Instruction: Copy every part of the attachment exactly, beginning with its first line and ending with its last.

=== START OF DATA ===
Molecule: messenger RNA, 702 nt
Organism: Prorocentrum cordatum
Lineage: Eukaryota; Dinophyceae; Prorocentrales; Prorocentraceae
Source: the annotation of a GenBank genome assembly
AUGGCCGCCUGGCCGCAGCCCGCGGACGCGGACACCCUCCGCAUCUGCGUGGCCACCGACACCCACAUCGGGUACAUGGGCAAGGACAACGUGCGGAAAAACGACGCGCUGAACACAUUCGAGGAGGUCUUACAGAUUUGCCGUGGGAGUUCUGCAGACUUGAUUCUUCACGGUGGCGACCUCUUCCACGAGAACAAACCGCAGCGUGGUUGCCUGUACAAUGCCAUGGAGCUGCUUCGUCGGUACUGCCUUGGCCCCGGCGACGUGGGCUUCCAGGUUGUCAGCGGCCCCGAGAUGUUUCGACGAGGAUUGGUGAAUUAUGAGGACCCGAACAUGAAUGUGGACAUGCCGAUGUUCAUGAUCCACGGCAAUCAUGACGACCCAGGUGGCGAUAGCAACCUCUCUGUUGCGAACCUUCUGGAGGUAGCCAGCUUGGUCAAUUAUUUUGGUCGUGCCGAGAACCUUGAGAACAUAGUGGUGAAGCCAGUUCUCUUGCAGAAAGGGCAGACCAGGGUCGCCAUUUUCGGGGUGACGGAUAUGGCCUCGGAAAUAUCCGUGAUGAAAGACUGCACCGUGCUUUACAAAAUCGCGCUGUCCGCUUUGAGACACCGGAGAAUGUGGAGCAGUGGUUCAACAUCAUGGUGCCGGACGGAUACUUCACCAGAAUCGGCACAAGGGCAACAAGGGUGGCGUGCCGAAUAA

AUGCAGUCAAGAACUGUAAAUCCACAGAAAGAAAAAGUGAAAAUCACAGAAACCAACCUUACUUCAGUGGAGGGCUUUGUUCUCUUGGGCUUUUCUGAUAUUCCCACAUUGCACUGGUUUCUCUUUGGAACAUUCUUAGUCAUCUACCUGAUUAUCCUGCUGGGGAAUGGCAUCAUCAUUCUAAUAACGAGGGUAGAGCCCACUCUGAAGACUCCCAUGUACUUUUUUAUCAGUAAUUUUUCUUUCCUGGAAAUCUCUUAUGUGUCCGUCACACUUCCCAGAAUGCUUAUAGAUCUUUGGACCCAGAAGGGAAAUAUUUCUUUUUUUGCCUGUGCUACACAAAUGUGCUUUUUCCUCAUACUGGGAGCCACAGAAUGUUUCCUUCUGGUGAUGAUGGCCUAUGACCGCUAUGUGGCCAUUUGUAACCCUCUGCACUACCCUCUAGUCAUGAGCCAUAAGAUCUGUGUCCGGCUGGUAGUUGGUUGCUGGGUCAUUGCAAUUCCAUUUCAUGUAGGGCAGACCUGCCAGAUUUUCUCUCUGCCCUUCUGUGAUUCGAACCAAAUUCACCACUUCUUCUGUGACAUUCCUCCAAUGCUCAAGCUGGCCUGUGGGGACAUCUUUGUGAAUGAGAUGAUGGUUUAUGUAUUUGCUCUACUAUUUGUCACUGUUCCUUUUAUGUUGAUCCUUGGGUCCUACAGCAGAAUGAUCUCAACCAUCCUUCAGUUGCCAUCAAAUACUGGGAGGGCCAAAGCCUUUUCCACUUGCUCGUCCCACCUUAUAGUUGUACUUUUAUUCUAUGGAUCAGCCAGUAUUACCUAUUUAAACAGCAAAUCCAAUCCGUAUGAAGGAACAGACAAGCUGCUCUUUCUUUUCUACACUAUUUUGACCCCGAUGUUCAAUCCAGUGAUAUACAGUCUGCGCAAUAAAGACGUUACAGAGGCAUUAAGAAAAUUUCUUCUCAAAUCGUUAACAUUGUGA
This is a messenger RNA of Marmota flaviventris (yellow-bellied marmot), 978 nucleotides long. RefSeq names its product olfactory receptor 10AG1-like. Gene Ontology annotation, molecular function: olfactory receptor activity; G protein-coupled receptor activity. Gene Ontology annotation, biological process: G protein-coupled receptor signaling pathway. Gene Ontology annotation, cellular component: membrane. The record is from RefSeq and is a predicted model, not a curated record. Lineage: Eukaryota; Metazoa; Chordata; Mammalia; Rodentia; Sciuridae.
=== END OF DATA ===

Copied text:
Molecule: messenger RNA, 702 nt
Organism: Prorocentrum cordatum
Lineage: Eukaryota; Dinophyceae; Prorocentrales; Prorocentraceae
Source: the annotation of a GenBank genome assembly
AUGGCCGCCUGGCCGCAGCCCGCGGACGCGGACACCCUCCGCAUCUGCGUGGCCACCGACACCCACAUCGGGUACAUGGGCAAGGACAACGUGCGGAAAAACGACGCGCUGAACACAUUCGAGGAGGUCUUACAGAUUUGCCGUGGGAGUUCUGCAGACUUGAUUCUUCACGGUGGCGACCUCUUCCACGAGAACAAACCGCAGCGUGGUUGCCUGUACAAUGCCAUGGAGCUGCUUCGUCGGUACUGCCUUGGCCCCGGCGACGUGGGCUUCCAGGUUGUCAGCGGCCCCGAGAUGUUUCGACGAGGAUUGGUGAAUUAUGAGGACCCGAACAUGAAUGUGGACAUGCCGAUGUUCAUGAUCCACGGCAAUCAUGACGACCCAGGUGGCGAUAGCAACCUCUCUGUUGCGAACCUUCUGGAGGUAGCCAGCUUGGUCAAUUAUUUUGGUCGUGCCGAGAACCUUGAGAACAUAGUGGUGAAGCCAGUUCUCUUGCAGAAAGGGCAGACCAGGGUCGCCAUUUUCGGGGUGACGGAUAUGGCCUCGGAAAUAUCCGUGAUGAAAGACUGCACCGUGCUUUACAAAAUCGCGCUGUCCGCUUUGAGACACCGGAGAAUGUGGAGCAGUGGUUCAACAUCAUGGUGCCGGACGGAUACUUCACCAGAAUCGGCACAAGGGCAACAAGGGUGGCGUGCCGAAUAA

AUGCAGUCAAGAACUGUAAAUCCACAGAAAGAAAAAGUGAAAAUCACAGAAACCAACCUUACUUCAGUGGAGGGCUUUGUUCUCUUGGGCUUUUCUGAUAUUCCCACAUUGCACUGGUUUCUCUUUGGAACAUUCUUAGUCAUCUACCUGAUUAUCCUGCUGGGGAAUGGCAUCAUCAUUCUAAUAACGAGGGUAGAGCCCACUCUGAAGACUCCCAUGUACUUUUUUAUCAGUAAUUUUUCUUUCCUGGAAAUCUCUUAUGUGUCCGUCACACUUCCCAGAAUGCUUAUAGAUCUUUGGACCCAGAAGGGAAAUAUUUCUUUUUUUGCCUGUGCUACACAAAUGUGCUUUUUCCUCAUACUGGGAGCCACAGAAUGUUUCCUUCUGGUGAUGAUGGCCUAUGACCGCUAUGUGGCCAUUUGUAACCCUCUGCACUACCCUCUAGUCAUGAGCCAUAAGAUCUGUGUCCGGCUGGUAGUUGGUUGCUGGGUCAUUGCAAUUCCAUUUCAUGUAGGGCAGACCUGCCAGAUUUUCUCUCUGCCCUUCUGUGAUUCGAACCAAAUUCACCACUUCUUCUGUGACAUUCCUCCAAUGCUCAAGCUGGCCUGUGGGGACAUCUUUGUGAAUGAGAUGAUGGUUUAUGUAUUUGCUCUACUAUUUGUCACUGUUCCUUUUAUGUUGAUCCUUGGGUCCUACAGCAGAAUGAUCUCAACCAUCCUUCAGUUGCCAUCAAAUACUGGGAGGGCCAAAGCCUUUUCCACUUGCUCGUCCCACCUUAUAGUUGUACUUUUAUUCUAUGGAUCAGCCAGUAUUACCUAUUUAAACAGCAAAUCCAAUCCGUAUGAAGGAACAGACAAGCUGCUCUUUCUUUUCUACACUAUUUUGACCCCGAUGUUCAAUCCAGUGAUAUACAGUCUGCGCAAUAAAGACGUUACAGAGGCAUUAAGAAAAUUUCUUCUCAAAUCGUUAACAUUGUGA
This is a messenger RNA of Marmota flaviventris (yellow-bellied marmot), 978 nucleotides long. RefSeq names its product olfactory receptor 10AG1-like. Gene Ontology annotation, molecular function: olfactory receptor activity; G protein-coupled receptor activity. Gene Ontology annotation, biological process: G protein-coupled receptor signaling pathway. Gene Ontology annotation, cellular component: membrane. The record is from RefSeq and is a predicted model, not a curated record. Lineage: Eukaryota; Metazoa; Chordata; Mammalia; Rodentia; Sciuridae.